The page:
Gluten-Free Tomato and Basil Primavera Pasta

One other recipe that caught my eye when I was reading Jacques Pépin’s The Apprentice, was for pasta primavera. (The first one was for eggs Jeannette.) One thing I love so much about M. Pépin’s recipes are their utter simplicity and ease; often this includes ingredients already in your kitchen.

This pasta was an instant hit with my family and it is on our repeat list. Everyone wanted seconds! The tomatoes and basil, with olive oil, garlic, salt and pepper, marinate for a time while the noodles cook. It flavours the pasta, giving a pleasant and satisfying taste.

Pasta primavera, according to M. Pépin, was invented by his artist friend Edward “Ed” Giobbi. He served it to Sirio Maccioni, the owner of a restaurant called Le Sirque, after he was asked if he knew of a pasta recipe that was different. There are two more people who lay claim to the creation of this pasta dish, one of whom was the chef of Le Sirque, who used cream instead of olive oil and vegetables instead of tomatoes; the other is Sirio Maccioni’s wife.

Now there are many versions of pasta primavera online and in cookbooks, but this is the one that I think I like best. It’s simple, uncomplicated, and easy to make. If I were to ever gussy it up a bit, it would only be with vegetables; a cream version sounds too heavy for me, even if I used coconut milk instead.

If you’re not in the mood for pasta, Jacques Pépin also says that the tomato salad component on its own is wonderful on toast.

Gluten-Free Tomato and Basil Pasta Primavera
Adapted slightly from Jacques Pépin

We doubled this recipe and people still wanted more! Make more as needed.

If you’re avoiding dairy, you may omit using the cheese when serving or use a dairy-free cheese, although the pasta is also great without. While there are measurements for the ingredients, play with the amounts as you like. Sometimes I’ve upped the amount of garlic (using 2 cloves), for example.

Serves 4 to 5 or 6 (depending on size of portion)

1 lb. (2 or 3) ripe tomatoes
1 tsp. minced (finely chopped) garlic
1/2 tsp. ground black pepper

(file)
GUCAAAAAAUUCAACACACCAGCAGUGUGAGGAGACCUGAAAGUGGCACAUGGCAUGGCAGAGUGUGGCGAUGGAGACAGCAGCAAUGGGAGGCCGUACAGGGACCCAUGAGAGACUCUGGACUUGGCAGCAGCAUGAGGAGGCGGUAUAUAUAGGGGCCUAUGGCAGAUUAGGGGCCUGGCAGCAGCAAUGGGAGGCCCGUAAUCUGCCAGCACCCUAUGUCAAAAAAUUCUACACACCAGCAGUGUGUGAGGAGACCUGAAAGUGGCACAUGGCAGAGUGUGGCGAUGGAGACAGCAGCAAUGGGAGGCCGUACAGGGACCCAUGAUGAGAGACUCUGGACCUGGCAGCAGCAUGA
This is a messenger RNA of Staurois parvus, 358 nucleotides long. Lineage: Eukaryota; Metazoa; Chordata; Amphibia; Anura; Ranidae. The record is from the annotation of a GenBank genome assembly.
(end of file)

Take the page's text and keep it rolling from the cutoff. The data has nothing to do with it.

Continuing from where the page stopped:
3/4 to 1 tsp. salt
1/3 cup extra virgin olive oil
1 cup shredded or fresh basil leaves*

1 lb. gluten-free penne or bow tie pasta (we used Tinkyada’s gluten-free brown rice pasta)
1/3 cup grated or shaved Parmesan cheese or feta cheese (optional)

Slice the tomatoes cross-wise and cut into 1/2-inch pieces. (Optionally, you may take the seeds out as in the M. Pépin’s instructions but I left them in.) Put the tomato pieces into a bowl large enough for the finished dish and gently stir in the rest of the ingredients except for the pasta and cheese.

Bring water to a boil and add pasta, cooking according to package instructions. (You may salt the water, if you wish, while remembering to keep in mind that the tomatoes already have salt. This isn’t a salty dish.) Add 6 ounces of hot pasta water to the tomatoes.

Drain noodles and add immediately to the tomatoes, stirring gently. Portion servings and sprinkle with cheese, if wanted.

*Shredding basil leaves: roll up the basil leaves lengthwise and slice thinly in one direction, crosswise.

2 thoughts on “Gluten-Free Tomato and Basil Primavera Pasta

    1. Hi Danielle, the best option I can give you and that I’m aware of for SCD is veggie pasta, such as zucchini noodles (made with cooked zucchini cut into ribbons – there are specially designed machines for this or you can do it yourself). You could also try spaghetti squash. When it’s cooked, running a fork along the flesh creates strands similar to spaghetti. I hope that helps!

Leave a comment

Fill in your details below or click an icon to log in: Logo

You are commenting using your account. Log Out /  Change )

Twitter picture

You are commenting using your Twitter account. Log Out /  Change )

Facebook photo

You are commenting using your Facebook account. Log Out /  Change )

Connecting to %s